Every time America gets itself into any armed conflict of any type, whether it be Somalia, Panama, Nicaragua, Afghanistan, Iraq (I) or Iraq (II), inevitably some wag in the press has to trot out the old canard, (hushed tones, please) “is this another Vietnam?”
Is his objective historical research? Careful debate about American foreign policy? Deep review of cultural differences?
More likely, his objective is to sell more magazines, get more viewers, please more voters, or get more website hits to keep the sponsors happy. This is not by any means an intellectual pursuit.
Vietnam is clearly a deep and still tender scar on the American psyche, and one that will take decades to heal. If you doubt me, note that there are still people in the United States who have strong feelings about the American Civil War — and that was nearly 140 years ago. But why is it our only point of reference?
A very few radical souls dared, at the beginning of our onslought towards Kabul, to compare what lay ahead of us to the Soviets’ experience in Afghanistan. That proved to be an ill-chosen rhetorical avenue, but at least it was at least to some extent comparing apples to apples. You never (or incredibly rarely, anyway) hear people comparing Iraq to the British Empire’s experience in the Middle East. When was the last time you heard someone liken Iraq to the British occupation of the American colonies? To say nothing of other relatively more recent American military excursions abroad — Grenada, Panama, Iraq (I), or Nicaragua. Could it be that these were too successful?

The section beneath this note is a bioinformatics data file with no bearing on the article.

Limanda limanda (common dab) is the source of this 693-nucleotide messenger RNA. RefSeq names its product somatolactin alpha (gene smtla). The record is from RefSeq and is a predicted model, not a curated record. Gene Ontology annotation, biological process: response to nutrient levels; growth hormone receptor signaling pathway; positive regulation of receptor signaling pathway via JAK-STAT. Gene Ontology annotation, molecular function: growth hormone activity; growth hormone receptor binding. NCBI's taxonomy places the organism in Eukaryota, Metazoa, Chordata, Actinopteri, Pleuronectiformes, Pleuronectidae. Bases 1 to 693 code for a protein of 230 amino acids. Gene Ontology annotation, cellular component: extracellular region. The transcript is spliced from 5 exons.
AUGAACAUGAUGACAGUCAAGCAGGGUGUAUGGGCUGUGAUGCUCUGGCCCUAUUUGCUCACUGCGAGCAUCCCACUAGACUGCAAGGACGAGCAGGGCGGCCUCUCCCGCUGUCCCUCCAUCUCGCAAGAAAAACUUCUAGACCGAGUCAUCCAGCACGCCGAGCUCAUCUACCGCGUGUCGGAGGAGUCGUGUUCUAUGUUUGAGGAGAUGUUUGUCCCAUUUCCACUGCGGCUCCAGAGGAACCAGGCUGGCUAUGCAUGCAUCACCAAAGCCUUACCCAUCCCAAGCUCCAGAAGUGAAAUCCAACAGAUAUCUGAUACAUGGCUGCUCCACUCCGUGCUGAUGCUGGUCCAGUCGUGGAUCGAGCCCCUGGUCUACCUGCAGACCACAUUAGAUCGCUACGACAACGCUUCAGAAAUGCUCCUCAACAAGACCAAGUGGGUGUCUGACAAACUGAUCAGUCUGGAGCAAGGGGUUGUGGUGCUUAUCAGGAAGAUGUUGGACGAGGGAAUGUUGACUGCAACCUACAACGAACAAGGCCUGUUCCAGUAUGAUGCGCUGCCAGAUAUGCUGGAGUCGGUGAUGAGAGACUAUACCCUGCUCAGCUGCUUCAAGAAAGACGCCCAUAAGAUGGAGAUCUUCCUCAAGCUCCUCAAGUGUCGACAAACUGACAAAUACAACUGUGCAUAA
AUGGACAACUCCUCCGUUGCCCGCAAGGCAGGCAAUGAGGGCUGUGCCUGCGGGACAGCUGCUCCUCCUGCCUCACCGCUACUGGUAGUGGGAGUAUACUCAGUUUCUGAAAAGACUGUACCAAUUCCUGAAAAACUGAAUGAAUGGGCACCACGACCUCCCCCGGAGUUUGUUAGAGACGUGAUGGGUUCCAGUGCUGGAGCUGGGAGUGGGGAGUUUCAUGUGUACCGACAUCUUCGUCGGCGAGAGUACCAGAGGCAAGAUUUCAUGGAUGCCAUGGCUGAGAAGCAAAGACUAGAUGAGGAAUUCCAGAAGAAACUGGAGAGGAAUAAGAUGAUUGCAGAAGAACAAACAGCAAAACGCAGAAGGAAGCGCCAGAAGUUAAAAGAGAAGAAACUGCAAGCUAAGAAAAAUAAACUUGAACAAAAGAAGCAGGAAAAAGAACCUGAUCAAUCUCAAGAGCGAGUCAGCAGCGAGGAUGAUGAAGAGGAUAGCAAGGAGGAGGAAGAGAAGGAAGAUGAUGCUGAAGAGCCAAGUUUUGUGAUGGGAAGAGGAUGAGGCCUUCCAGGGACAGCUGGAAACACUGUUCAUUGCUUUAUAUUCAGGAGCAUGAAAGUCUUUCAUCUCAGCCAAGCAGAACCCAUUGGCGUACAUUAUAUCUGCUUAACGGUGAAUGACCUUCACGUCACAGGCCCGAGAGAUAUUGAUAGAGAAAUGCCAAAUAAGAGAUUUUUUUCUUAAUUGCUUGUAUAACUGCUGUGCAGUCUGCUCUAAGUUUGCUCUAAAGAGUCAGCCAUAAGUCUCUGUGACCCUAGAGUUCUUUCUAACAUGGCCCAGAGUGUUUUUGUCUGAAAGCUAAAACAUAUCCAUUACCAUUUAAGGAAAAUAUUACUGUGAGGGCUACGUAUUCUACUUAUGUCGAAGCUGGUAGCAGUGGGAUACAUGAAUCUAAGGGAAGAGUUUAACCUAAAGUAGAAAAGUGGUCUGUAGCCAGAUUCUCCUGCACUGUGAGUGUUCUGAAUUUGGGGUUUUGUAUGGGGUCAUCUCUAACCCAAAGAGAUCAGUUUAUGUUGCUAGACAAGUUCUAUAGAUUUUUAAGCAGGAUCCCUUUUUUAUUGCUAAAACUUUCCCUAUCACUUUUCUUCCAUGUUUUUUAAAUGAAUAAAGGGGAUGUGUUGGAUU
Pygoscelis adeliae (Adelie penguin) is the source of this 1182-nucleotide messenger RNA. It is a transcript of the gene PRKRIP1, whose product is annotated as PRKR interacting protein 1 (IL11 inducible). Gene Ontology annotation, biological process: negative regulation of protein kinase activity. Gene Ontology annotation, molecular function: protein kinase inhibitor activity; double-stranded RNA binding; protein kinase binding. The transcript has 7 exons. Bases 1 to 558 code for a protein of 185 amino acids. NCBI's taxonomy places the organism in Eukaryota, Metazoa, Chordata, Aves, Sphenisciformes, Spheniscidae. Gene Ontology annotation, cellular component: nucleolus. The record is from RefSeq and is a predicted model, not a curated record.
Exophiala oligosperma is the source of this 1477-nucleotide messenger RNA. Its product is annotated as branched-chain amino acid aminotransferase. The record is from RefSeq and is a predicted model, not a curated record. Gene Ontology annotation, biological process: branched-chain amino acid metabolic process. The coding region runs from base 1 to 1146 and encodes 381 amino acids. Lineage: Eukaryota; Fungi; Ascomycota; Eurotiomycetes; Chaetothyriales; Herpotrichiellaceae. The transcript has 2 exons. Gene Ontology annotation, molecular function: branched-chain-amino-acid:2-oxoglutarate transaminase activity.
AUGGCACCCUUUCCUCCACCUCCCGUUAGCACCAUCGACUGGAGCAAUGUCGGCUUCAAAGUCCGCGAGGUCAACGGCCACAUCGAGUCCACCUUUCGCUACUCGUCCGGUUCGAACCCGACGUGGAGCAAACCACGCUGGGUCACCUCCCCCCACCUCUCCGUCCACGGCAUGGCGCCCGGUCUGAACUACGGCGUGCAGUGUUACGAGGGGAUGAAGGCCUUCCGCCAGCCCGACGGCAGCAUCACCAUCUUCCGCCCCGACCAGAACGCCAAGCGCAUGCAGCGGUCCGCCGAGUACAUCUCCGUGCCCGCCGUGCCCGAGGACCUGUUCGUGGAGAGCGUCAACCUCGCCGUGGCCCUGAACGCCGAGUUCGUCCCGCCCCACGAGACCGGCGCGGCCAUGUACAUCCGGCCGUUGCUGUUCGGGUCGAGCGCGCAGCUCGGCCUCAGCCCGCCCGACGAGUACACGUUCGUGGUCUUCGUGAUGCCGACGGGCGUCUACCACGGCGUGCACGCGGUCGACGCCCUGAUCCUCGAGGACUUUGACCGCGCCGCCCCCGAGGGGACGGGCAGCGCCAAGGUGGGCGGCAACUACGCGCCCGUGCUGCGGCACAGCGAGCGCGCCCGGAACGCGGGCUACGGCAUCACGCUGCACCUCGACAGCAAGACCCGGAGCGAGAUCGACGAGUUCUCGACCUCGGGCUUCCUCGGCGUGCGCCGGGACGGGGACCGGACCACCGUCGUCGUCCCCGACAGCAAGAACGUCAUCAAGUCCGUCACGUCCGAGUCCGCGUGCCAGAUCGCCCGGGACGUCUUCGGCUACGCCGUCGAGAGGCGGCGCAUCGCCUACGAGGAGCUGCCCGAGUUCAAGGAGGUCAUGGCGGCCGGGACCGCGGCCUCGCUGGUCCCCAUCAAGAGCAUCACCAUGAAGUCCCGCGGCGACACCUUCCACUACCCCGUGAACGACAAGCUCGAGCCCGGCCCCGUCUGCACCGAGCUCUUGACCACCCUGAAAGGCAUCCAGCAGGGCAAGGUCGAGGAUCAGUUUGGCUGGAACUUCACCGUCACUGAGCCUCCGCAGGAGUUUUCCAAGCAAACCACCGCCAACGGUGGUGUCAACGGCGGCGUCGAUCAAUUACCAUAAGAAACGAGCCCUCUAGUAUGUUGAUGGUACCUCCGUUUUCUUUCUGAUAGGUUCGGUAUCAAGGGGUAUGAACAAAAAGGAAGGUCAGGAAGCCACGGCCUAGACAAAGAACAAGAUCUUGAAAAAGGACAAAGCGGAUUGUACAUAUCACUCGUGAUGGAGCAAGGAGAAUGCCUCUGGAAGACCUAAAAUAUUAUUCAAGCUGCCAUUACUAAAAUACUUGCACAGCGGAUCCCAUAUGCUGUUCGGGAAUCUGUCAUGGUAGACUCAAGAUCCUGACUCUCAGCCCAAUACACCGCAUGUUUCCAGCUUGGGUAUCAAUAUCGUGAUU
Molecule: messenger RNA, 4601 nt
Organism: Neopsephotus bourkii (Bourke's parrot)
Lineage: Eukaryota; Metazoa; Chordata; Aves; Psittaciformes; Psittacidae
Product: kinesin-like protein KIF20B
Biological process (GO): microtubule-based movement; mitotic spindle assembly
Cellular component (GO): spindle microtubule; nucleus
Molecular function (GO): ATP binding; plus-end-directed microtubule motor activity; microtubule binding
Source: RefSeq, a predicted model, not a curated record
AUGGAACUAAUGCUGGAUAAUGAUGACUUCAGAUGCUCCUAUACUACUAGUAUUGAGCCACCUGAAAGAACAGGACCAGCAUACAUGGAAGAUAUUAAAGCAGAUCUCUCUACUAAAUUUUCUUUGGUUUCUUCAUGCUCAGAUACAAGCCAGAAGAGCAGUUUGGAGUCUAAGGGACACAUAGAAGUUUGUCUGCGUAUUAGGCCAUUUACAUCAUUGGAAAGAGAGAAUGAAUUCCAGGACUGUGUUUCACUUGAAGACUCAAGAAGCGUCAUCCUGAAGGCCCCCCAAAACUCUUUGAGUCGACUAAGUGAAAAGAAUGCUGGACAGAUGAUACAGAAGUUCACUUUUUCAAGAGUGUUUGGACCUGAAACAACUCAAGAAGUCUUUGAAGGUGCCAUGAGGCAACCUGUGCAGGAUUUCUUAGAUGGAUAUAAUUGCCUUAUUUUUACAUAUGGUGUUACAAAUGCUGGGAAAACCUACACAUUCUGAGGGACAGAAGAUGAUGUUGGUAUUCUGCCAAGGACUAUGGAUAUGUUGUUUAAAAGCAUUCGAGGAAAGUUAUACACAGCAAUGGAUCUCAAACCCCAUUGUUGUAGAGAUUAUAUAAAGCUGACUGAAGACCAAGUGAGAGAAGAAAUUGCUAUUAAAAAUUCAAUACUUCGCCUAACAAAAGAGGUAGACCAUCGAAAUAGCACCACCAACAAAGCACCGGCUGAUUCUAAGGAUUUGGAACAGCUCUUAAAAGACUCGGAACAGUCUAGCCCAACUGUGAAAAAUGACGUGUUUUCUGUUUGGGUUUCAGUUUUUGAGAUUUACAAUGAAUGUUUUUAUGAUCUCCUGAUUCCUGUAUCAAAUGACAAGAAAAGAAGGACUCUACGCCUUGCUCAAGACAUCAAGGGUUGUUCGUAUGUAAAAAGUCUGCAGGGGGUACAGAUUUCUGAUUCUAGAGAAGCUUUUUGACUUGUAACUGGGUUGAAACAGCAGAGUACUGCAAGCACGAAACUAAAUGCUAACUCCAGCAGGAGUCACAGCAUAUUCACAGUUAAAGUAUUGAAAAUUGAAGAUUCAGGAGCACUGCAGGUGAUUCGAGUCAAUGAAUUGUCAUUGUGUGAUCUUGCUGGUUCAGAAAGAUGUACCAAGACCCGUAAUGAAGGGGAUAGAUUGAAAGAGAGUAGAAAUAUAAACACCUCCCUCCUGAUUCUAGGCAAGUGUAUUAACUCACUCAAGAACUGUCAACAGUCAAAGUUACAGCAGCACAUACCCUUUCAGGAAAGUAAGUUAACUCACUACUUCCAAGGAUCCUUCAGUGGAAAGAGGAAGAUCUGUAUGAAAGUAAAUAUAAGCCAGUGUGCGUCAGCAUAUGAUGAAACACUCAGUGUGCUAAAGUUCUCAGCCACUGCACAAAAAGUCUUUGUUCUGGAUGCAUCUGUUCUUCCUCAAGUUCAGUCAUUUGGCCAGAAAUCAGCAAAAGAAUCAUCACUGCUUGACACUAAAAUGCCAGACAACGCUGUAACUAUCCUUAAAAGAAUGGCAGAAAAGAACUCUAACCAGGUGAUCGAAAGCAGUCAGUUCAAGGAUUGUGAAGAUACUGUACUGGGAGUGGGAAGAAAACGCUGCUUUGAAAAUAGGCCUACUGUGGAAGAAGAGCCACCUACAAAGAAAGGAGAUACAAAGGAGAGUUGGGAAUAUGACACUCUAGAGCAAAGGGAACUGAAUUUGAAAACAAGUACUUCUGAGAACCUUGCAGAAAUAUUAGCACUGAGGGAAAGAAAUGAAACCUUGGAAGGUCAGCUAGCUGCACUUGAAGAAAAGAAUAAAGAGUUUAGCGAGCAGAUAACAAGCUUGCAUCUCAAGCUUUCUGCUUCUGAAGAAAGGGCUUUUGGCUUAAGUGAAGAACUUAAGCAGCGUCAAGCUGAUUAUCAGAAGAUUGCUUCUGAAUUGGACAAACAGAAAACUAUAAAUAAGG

Vietnam lasted at least (counting from the Gulf of Tonkin Resolution) 11 years, cost 58,000+ American lives, and crossed three presidential administrations. Vietnam was, at least at its inception, about communism. Vietnam was about fighting a jungle insurgency largely financed by the Soviet Union. How is this even remotely like what is going on in the so-called Sunni Triangle today? Even if it might be a valid comparison someday, how can any reasonable thinker make such a judgement barely 12 months into the engagement?
Iraq is not Vietnam, any more than it’s the Battle of Hastings or the defeat of the Spanish Armada in 1588 or Agincourt or Bosworth Field, Lexington, Iwo Jima, Grenada, Normandy, Ethiopia, the War of the Roses, or the Falklands.
It’s what it is and nothing more. Say what you will about anyone who might even be tangentially involved with what’s going on between the former no-fly zones today.
But please, for everyone’s sake, leave South East Asia out of it.